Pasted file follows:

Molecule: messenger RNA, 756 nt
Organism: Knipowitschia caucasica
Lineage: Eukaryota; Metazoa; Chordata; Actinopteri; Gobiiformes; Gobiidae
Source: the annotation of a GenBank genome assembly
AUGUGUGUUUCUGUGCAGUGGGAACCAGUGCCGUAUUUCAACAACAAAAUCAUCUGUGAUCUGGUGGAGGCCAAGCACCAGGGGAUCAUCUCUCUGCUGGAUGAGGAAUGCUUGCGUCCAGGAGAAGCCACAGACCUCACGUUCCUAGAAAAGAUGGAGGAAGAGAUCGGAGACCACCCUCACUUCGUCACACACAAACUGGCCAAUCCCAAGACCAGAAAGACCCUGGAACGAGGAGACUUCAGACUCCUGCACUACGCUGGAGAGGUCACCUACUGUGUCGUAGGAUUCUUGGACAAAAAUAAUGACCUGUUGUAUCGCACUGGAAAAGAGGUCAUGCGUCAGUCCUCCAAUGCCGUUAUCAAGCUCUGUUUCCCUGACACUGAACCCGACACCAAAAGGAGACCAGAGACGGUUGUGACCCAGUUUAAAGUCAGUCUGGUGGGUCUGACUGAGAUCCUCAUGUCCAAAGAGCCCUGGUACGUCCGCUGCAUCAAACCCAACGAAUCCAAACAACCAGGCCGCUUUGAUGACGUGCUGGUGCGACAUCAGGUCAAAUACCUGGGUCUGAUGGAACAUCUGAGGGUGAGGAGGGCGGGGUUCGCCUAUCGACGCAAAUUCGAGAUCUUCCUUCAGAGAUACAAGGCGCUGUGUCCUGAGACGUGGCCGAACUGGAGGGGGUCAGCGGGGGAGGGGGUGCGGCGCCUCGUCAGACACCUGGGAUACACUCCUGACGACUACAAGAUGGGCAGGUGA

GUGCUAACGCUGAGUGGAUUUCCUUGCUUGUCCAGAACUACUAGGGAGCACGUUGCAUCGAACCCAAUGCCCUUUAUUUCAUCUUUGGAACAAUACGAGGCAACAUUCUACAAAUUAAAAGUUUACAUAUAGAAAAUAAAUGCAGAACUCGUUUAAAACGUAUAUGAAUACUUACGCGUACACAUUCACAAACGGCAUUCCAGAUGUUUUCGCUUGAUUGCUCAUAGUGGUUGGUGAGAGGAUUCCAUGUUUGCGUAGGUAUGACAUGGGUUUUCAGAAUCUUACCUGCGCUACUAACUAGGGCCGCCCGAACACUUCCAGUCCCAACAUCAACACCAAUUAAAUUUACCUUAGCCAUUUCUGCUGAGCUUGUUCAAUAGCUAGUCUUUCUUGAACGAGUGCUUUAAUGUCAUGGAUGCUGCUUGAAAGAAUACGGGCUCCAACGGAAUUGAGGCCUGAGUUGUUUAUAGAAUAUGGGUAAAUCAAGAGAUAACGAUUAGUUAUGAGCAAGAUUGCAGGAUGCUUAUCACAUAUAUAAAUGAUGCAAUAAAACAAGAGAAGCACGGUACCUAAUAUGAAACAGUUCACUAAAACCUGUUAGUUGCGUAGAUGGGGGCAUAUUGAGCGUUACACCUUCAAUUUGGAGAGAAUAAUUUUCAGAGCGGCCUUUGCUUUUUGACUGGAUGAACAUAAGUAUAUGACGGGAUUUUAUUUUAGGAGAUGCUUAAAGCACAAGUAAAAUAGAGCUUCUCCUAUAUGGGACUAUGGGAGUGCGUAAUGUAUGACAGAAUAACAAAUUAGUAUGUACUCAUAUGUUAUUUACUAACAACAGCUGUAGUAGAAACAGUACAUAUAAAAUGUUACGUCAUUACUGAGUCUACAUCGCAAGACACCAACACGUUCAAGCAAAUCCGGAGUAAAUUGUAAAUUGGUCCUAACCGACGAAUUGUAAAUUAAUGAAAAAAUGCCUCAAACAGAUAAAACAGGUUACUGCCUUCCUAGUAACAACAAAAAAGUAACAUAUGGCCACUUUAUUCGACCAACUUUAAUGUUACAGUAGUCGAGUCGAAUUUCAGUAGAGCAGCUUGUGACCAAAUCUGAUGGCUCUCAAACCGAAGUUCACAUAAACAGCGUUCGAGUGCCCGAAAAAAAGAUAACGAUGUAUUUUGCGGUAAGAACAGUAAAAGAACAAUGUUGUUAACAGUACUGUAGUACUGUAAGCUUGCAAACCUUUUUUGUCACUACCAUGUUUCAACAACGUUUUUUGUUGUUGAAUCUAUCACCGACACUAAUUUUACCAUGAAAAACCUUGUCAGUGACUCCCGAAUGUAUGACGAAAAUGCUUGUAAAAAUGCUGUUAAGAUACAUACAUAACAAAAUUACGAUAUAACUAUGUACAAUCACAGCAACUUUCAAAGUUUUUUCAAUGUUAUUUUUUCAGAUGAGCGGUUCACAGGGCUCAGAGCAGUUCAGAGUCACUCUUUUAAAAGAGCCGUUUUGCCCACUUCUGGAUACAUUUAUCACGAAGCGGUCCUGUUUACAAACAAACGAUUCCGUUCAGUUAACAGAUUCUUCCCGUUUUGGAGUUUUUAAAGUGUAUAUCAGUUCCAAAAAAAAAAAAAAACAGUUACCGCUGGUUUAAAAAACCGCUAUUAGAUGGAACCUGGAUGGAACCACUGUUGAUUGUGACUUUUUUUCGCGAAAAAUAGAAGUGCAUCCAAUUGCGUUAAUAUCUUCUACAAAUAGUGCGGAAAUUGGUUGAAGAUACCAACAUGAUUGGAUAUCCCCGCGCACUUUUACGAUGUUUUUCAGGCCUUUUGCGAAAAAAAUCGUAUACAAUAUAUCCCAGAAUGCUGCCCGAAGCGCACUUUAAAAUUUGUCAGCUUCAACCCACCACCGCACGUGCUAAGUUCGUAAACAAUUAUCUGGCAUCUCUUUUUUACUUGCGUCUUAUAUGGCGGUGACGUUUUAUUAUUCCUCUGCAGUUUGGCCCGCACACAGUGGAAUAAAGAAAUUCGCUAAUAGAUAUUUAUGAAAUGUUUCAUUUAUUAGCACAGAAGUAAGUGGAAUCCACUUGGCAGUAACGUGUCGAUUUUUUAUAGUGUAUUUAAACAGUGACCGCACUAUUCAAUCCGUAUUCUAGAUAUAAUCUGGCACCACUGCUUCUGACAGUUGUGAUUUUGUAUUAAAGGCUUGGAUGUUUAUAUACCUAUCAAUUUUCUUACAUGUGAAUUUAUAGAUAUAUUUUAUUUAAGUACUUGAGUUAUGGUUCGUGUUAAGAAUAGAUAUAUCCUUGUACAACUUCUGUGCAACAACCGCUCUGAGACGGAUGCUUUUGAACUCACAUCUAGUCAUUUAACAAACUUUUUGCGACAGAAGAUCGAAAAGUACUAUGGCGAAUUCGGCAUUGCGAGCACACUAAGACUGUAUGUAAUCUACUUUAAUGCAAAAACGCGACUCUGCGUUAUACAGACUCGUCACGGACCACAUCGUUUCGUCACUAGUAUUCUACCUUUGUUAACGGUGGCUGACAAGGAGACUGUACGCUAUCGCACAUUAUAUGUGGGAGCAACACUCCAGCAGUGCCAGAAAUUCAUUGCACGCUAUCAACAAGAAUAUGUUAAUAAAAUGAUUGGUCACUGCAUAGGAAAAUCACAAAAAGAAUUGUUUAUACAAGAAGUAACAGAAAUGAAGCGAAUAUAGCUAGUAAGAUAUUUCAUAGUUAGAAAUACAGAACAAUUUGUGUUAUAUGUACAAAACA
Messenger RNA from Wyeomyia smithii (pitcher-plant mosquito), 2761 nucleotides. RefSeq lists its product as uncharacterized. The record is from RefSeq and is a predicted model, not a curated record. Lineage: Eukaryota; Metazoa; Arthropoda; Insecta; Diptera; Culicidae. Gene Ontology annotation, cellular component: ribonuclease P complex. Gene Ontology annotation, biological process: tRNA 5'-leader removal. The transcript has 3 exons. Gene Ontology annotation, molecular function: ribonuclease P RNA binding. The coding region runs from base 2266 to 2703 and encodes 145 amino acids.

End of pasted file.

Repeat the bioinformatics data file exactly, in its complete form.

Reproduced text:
Molecule: messenger RNA, 756 nt
Organism: Knipowitschia caucasica
Lineage: Eukaryota; Metazoa; Chordata; Actinopteri; Gobiiformes; Gobiidae
Source: the annotation of a GenBank genome assembly
AUGUGUGUUUCUGUGCAGUGGGAACCAGUGCCGUAUUUCAACAACAAAAUCAUCUGUGAUCUGGUGGAGGCCAAGCACCAGGGGAUCAUCUCUCUGCUGGAUGAGGAAUGCUUGCGUCCAGGAGAAGCCACAGACCUCACGUUCCUAGAAAAGAUGGAGGAAGAGAUCGGAGACCACCCUCACUUCGUCACACACAAACUGGCCAAUCCCAAGACCAGAAAGACCCUGGAACGAGGAGACUUCAGACUCCUGCACUACGCUGGAGAGGUCACCUACUGUGUCGUAGGAUUCUUGGACAAAAAUAAUGACCUGUUGUAUCGCACUGGAAAAGAGGUCAUGCGUCAGUCCUCCAAUGCCGUUAUCAAGCUCUGUUUCCCUGACACUGAACCCGACACCAAAAGGAGACCAGAGACGGUUGUGACCCAGUUUAAAGUCAGUCUGGUGGGUCUGACUGAGAUCCUCAUGUCCAAAGAGCCCUGGUACGUCCGCUGCAUCAAACCCAACGAAUCCAAACAACCAGGCCGCUUUGAUGACGUGCUGGUGCGACAUCAGGUCAAAUACCUGGGUCUGAUGGAACAUCUGAGGGUGAGGAGGGCGGGGUUCGCCUAUCGACGCAAAUUCGAGAUCUUCCUUCAGAGAUACAAGGCGCUGUGUCCUGAGACGUGGCCGAACUGGAGGGGGUCAGCGGGGGAGGGGGUGCGGCGCCUCGUCAGACACCUGGGAUACACUCCUGACGACUACAAGAUGGGCAGGUGA

GUGCUAACGCUGAGUGGAUUUCCUUGCUUGUCCAGAACUACUAGGGAGCACGUUGCAUCGAACCCAAUGCCCUUUAUUUCAUCUUUGGAACAAUACGAGGCAACAUUCUACAAAUUAAAAGUUUACAUAUAGAAAAUAAAUGCAGAACUCGUUUAAAACGUAUAUGAAUACUUACGCGUACACAUUCACAAACGGCAUUCCAGAUGUUUUCGCUUGAUUGCUCAUAGUGGUUGGUGAGAGGAUUCCAUGUUUGCGUAGGUAUGACAUGGGUUUUCAGAAUCUUACCUGCGCUACUAACUAGGGCCGCCCGAACACUUCCAGUCCCAACAUCAACACCAAUUAAAUUUACCUUAGCCAUUUCUGCUGAGCUUGUUCAAUAGCUAGUCUUUCUUGAACGAGUGCUUUAAUGUCAUGGAUGCUGCUUGAAAGAAUACGGGCUCCAACGGAAUUGAGGCCUGAGUUGUUUAUAGAAUAUGGGUAAAUCAAGAGAUAACGAUUAGUUAUGAGCAAGAUUGCAGGAUGCUUAUCACAUAUAUAAAUGAUGCAAUAAAACAAGAGAAGCACGGUACCUAAUAUGAAACAGUUCACUAAAACCUGUUAGUUGCGUAGAUGGGGGCAUAUUGAGCGUUACACCUUCAAUUUGGAGAGAAUAAUUUUCAGAGCGGCCUUUGCUUUUUGACUGGAUGAACAUAAGUAUAUGACGGGAUUUUAUUUUAGGAGAUGCUUAAAGCACAAGUAAAAUAGAGCUUCUCCUAUAUGGGACUAUGGGAGUGCGUAAUGUAUGACAGAAUAACAAAUUAGUAUGUACUCAUAUGUUAUUUACUAACAACAGCUGUAGUAGAAACAGUACAUAUAAAAUGUUACGUCAUUACUGAGUCUACAUCGCAAGACACCAACACGUUCAAGCAAAUCCGGAGUAAAUUGUAAAUUGGUCCUAACCGACGAAUUGUAAAUUAAUGAAAAAAUGCCUCAAACAGAUAAAACAGGUUACUGCCUUCCUAGUAACAACAAAAAAGUAACAUAUGGCCACUUUAUUCGACCAACUUUAAUGUUACAGUAGUCGAGUCGAAUUUCAGUAGAGCAGCUUGUGACCAAAUCUGAUGGCUCUCAAACCGAAGUUCACAUAAACAGCGUUCGAGUGCCCGAAAAAAAGAUAACGAUGUAUUUUGCGGUAAGAACAGUAAAAGAACAAUGUUGUUAACAGUACUGUAGUACUGUAAGCUUGCAAACCUUUUUUGUCACUACCAUGUUUCAACAACGUUUUUUGUUGUUGAAUCUAUCACCGACACUAAUUUUACCAUGAAAAACCUUGUCAGUGACUCCCGAAUGUAUGACGAAAAUGCUUGUAAAAAUGCUGUUAAGAUACAUACAUAACAAAAUUACGAUAUAACUAUGUACAAUCACAGCAACUUUCAAAGUUUUUUCAAUGUUAUUUUUUCAGAUGAGCGGUUCACAGGGCUCAGAGCAGUUCAGAGUCACUCUUUUAAAAGAGCCGUUUUGCCCACUUCUGGAUACAUUUAUCACGAAGCGGUCCUGUUUACAAACAAACGAUUCCGUUCAGUUAACAGAUUCUUCCCGUUUUGGAGUUUUUAAAGUGUAUAUCAGUUCCAAAAAAAAAAAAAAACAGUUACCGCUGGUUUAAAAAACCGCUAUUAGAUGGAACCUGGAUGGAACCACUGUUGAUUGUGACUUUUUUUCGCGAAAAAUAGAAGUGCAUCCAAUUGCGUUAAUAUCUUCUACAAAUAGUGCGGAAAUUGGUUGAAGAUACCAACAUGAUUGGAUAUCCCCGCGCACUUUUACGAUGUUUUUCAGGCCUUUUGCGAAAAAAAUCGUAUACAAUAUAUCCCAGAAUGCUGCCCGAAGCGCACUUUAAAAUUUGUCAGCUUCAACCCACCACCGCACGUGCUAAGUUCGUAAACAAUUAUCUGGCAUCUCUUUUUUACUUGCGUCUUAUAUGGCGGUGACGUUUUAUUAUUCCUCUGCAGUUUGGCCCGCACACAGUGGAAUAAAGAAAUUCGCUAAUAGAUAUUUAUGAAAUGUUUCAUUUAUUAGCACAGAAGUAAGUGGAAUCCACUUGGCAGUAACGUGUCGAUUUUUUAUAGUGUAUUUAAACAGUGACCGCACUAUUCAAUCCGUAUUCUAGAUAUAAUCUGGCACCACUGCUUCUGACAGUUGUGAUUUUGUAUUAAAGGCUUGGAUGUUUAUAUACCUAUCAAUUUUCUUACAUGUGAAUUUAUAGAUAUAUUUUAUUUAAGUACUUGAGUUAUGGUUCGUGUUAAGAAUAGAUAUAUCCUUGUACAACUUCUGUGCAACAACCGCUCUGAGACGGAUGCUUUUGAACUCACAUCUAGUCAUUUAACAAACUUUUUGCGACAGAAGAUCGAAAAGUACUAUGGCGAAUUCGGCAUUGCGAGCACACUAAGACUGUAUGUAAUCUACUUUAAUGCAAAAACGCGACUCUGCGUUAUACAGACUCGUCACGGACCACAUCGUUUCGUCACUAGUAUUCUACCUUUGUUAACGGUGGCUGACAAGGAGACUGUACGCUAUCGCACAUUAUAUGUGGGAGCAACACUCCAGCAGUGCCAGAAAUUCAUUGCACGCUAUCAACAAGAAUAUGUUAAUAAAAUGAUUGGUCACUGCAUAGGAAAAUCACAAAAAGAAUUGUUUAUACAAGAAGUAACAGAAAUGAAGCGAAUAUAGCUAGUAAGAUAUUUCAUAGUUAGAAAUACAGAACAAUUUGUGUUAUAUGUACAAAACA
Messenger RNA from Wyeomyia smithii (pitcher-plant mosquito), 2761 nucleotides. RefSeq lists its product as uncharacterized. The record is from RefSeq and is a predicted model, not a curated record. Lineage: Eukaryota; Metazoa; Arthropoda; Insecta; Diptera; Culicidae. Gene Ontology annotation, cellular component: ribonuclease P complex. Gene Ontology annotation, biological process: tRNA 5'-leader removal. The transcript has 3 exons. Gene Ontology annotation, molecular function: ribonuclease P RNA binding. The coding region runs from base 2266 to 2703 and encodes 145 amino acids.